Failure to Require a Written Agreement with Anyone Who's Created Graphic Design or Copy for You

What does this mean?

When it comes to copyright, just because you paid someone to create something for you doesn’t mean that you own the work. The general rule is the author owns the copyright. It is only when the work is made under a work-made-for-hire contract or by an employee in the performance of his duties that the copyright will belong to someone else - usually to the person who had the work done.

This is why you need a written agreement with whoever makes the graphic design, copy, or other copyrightable work for you. This can be in the form of a work-made-for-hire contract, an IP assignment (if not covered by categories for WMFH), or an employment contract showing the job description (to show that the copyrightable work was done in the performance of his duty).

Does this apply to me?

If you are using copyrightable material, especially if your business relies on them then you should look into this matter.

Why is making this mistake going to harm my business?

Not having written agreements in place puts in question your ownership of the copyright. You might have to go to court to establish ownership over it. And worst-case scenario, if you don’t own it, a competitor could use that exact same work (if the contractor/employee sold it to them) and steal a lot of your goodwill.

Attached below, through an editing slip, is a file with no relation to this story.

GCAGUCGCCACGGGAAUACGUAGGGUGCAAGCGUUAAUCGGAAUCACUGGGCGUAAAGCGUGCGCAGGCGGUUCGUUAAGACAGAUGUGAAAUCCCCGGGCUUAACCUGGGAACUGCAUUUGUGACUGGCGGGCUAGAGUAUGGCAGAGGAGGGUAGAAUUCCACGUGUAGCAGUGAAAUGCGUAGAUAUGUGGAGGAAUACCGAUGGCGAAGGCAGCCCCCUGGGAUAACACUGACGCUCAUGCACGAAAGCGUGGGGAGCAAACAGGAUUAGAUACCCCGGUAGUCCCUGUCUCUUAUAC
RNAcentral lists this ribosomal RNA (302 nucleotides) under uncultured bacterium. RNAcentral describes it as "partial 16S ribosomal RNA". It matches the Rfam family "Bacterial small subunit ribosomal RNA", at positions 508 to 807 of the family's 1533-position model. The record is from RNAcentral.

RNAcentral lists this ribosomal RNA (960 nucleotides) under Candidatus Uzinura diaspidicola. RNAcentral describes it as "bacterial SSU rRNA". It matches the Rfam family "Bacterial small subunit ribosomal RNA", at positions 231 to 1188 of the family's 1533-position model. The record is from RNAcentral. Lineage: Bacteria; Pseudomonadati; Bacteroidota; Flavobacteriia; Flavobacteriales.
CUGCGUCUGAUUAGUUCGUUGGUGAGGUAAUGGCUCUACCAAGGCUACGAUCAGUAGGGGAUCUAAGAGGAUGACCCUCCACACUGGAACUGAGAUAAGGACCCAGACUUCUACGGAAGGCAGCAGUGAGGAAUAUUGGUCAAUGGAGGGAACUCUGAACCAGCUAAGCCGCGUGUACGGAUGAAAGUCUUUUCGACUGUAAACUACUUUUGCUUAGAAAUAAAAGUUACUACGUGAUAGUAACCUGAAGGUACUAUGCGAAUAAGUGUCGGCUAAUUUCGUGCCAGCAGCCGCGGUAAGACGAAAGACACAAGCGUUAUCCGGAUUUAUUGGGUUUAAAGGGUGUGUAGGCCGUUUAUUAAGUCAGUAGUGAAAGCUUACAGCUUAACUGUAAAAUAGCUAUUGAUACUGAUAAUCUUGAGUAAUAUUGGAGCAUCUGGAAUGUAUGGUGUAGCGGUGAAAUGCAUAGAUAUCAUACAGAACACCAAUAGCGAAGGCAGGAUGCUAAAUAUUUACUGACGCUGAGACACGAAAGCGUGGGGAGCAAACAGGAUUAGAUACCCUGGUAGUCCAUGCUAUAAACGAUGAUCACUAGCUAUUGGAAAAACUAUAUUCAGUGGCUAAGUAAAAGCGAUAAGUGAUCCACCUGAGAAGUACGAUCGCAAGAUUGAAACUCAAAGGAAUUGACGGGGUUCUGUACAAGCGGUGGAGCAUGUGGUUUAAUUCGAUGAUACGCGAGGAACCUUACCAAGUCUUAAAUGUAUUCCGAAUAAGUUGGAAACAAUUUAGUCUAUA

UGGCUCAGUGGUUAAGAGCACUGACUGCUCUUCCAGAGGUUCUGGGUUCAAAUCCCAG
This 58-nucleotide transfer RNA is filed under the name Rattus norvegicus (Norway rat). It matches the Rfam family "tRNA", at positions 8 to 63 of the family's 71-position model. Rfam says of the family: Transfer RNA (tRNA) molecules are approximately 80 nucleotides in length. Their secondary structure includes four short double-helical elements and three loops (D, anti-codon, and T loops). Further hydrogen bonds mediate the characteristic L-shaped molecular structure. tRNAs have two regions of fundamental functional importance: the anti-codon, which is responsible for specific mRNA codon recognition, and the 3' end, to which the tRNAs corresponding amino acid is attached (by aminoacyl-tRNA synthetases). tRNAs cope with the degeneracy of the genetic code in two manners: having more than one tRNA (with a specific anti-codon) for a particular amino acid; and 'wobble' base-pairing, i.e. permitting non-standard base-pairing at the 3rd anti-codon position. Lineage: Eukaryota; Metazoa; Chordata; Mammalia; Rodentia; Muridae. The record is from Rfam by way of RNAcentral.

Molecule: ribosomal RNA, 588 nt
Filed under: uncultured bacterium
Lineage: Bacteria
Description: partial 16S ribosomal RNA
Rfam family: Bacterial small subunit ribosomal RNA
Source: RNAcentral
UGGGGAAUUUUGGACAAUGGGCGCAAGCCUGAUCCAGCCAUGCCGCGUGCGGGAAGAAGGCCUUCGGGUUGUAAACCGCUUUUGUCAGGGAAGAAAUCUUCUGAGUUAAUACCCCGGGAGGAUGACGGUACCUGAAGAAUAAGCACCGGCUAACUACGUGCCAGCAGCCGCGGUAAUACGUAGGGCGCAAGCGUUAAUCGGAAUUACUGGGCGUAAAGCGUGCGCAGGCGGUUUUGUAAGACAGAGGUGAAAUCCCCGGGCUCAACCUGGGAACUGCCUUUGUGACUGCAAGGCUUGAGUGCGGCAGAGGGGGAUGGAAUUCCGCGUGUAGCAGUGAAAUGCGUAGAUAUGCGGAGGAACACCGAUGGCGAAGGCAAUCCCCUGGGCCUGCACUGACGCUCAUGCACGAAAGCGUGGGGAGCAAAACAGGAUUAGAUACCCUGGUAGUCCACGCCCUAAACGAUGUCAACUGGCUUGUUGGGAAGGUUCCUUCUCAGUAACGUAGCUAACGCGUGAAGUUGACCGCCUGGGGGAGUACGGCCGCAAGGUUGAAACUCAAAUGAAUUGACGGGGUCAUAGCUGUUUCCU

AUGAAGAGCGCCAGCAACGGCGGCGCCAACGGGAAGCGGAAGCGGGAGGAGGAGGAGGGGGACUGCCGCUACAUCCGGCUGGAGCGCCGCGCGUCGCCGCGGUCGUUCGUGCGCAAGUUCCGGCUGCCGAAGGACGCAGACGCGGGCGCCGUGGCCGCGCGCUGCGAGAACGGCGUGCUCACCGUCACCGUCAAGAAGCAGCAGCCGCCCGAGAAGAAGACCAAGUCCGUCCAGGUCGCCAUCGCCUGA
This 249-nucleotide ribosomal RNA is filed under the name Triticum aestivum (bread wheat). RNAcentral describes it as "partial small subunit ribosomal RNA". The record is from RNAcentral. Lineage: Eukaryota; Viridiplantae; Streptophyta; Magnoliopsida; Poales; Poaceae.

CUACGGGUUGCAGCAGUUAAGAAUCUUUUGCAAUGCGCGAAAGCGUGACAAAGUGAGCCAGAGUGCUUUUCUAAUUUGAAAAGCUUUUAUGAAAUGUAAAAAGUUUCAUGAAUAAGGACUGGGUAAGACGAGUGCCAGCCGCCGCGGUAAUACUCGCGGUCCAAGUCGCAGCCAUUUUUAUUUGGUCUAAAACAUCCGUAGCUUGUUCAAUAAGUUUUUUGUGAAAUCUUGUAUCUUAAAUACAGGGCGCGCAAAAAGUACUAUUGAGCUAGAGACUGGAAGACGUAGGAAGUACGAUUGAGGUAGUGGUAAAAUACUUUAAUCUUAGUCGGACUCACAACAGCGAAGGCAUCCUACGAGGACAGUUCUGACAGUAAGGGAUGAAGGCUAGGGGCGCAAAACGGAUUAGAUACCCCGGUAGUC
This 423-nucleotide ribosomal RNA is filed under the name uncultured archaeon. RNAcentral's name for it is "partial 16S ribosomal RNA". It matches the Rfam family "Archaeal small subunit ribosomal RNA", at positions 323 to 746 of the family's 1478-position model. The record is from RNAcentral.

You could avoid this by:

You can avoid this by making sure you have written agreements with people making copyrightable IP for you. Checkout our cheatsheet on what you can and should copyright for more info on what you need to see in these contracts, under Steps to Make Sure Your Own the Copyrights You’re Supposed to Own.


Example:

Will hired Spencer to design his website, which is where he mainly sells his products and interact with all his clients . Spencer had done several jobs for his friend Chet so Will trusted him enough to not to have written contracts with. One day, Will and Spencer got into an argument, which ended with Spencer quitting.

The following day when Will checked the website, there wasn’t anything on it anymore. Later that day, Will got an email from Spencer saying the latter wanted X amount of money for the continued use of his design.

Having written the code for the website himself and due to the lack of any written agreement transferring ownership to Will or the company, Spencer owned the code and the design. As such, he was in the right in asking for compensation for the use of his IP. If will wanted to continue using Spencer’s IP then he will have to get permission from him.

This could have been avoided if Will took the time to hammer out the details of Spencer’s engagement and getting an IP assignment beforehand.

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